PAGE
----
naval and military power of the nation, so us to
aid Texas, ami overawe Mexico. That lick-spit-tle
of southern power, and base panderer to slave
traffickers, Lewis Cass, is out in a letter in favor
of immediate annexation. So is Com. Stewart.
So is Levi Woodbury. So is Gov. Polk. So is
C. J, Ingersoll. So is Dixon IT. Lewis. So arc
the democratic presses generally. A memorial in
lavor ot this diabolical scheme, signed by one hun
dred traitors to freedom and their countrv. has
been presented in the U. S. Senate,iot the town
of )Yorcesler, in this Slate! ! Their names we
shall put on record, to be handed down to potstcr
ity or execration. Boston Liberator.
Accident. The Baltimore American states that
Lieutenant Hunt, of the Army, andprivate Adams,
wore thrown from a barouche on Saturday the
horses having taken fright and ran away and
both injured; tho soldier seriously. Lieut. Huut
escaped with a lew bruises.
The Licence Law,
The progress of the Temperance cause is truly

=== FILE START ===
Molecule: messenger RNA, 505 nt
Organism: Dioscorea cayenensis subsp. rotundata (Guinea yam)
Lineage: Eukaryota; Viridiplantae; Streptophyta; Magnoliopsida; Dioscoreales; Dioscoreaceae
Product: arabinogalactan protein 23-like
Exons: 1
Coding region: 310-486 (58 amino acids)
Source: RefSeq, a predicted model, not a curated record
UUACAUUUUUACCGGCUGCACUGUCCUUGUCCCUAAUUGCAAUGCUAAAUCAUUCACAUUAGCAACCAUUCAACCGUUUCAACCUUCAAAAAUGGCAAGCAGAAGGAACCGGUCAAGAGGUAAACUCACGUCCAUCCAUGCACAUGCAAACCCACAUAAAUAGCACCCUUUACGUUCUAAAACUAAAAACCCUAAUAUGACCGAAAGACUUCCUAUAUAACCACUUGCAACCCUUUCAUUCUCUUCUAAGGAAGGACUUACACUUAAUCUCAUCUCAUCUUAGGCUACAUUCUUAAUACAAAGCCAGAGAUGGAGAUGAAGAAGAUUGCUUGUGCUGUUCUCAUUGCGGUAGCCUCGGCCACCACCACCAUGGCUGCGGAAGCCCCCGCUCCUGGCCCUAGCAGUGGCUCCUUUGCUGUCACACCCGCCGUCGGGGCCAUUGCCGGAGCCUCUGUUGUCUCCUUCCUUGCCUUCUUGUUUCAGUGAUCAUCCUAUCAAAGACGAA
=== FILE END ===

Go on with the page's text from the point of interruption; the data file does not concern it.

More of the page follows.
gratifying to the heart of the humane. No human
mi lid can calculate the amount of misery that has
been prevented by this reformation, and tho sue
cess of the past should stimulate us to engage with
united and increasing zeal, in driving the common
enemy of virtue and prosperity from among us
The order of the day, now seems to be, "Moral
Suasion for the drunkard, and Legal Restraint for
the dram-seller." many towns in all parts of th
the State, have at their last March meeting, in
structed tho civil board, not to recommend the
sl anting of any liscenscs within their borders. The
western counties have taken the lead in this nobl
work. In Rutland and Addison counties, (and
wc mistake not, some others.) vorr liirge major
ity of the towns have decided that they will endure
the curse of drunkard factories no longer. Th
propriety of this course cannot be questioned, we
think, so long as the present liscenco laws exist
and we have long believed it the duty of Temper
ance men to unite their efforts, to obtain a repeal
of all the laws that license the sale of ardont spir
its, as a beverage, and to secure the enactment of
such laws as will make its sale for this purpose
penal ojjence. The present laws of this State, for
the suppression of intemperance, obviously con
sist of two parts. By the first part it is provided
thnt certain persons, shall be licensed under cer
llow long is this preposterous state of
things to continue? How long are these absurdi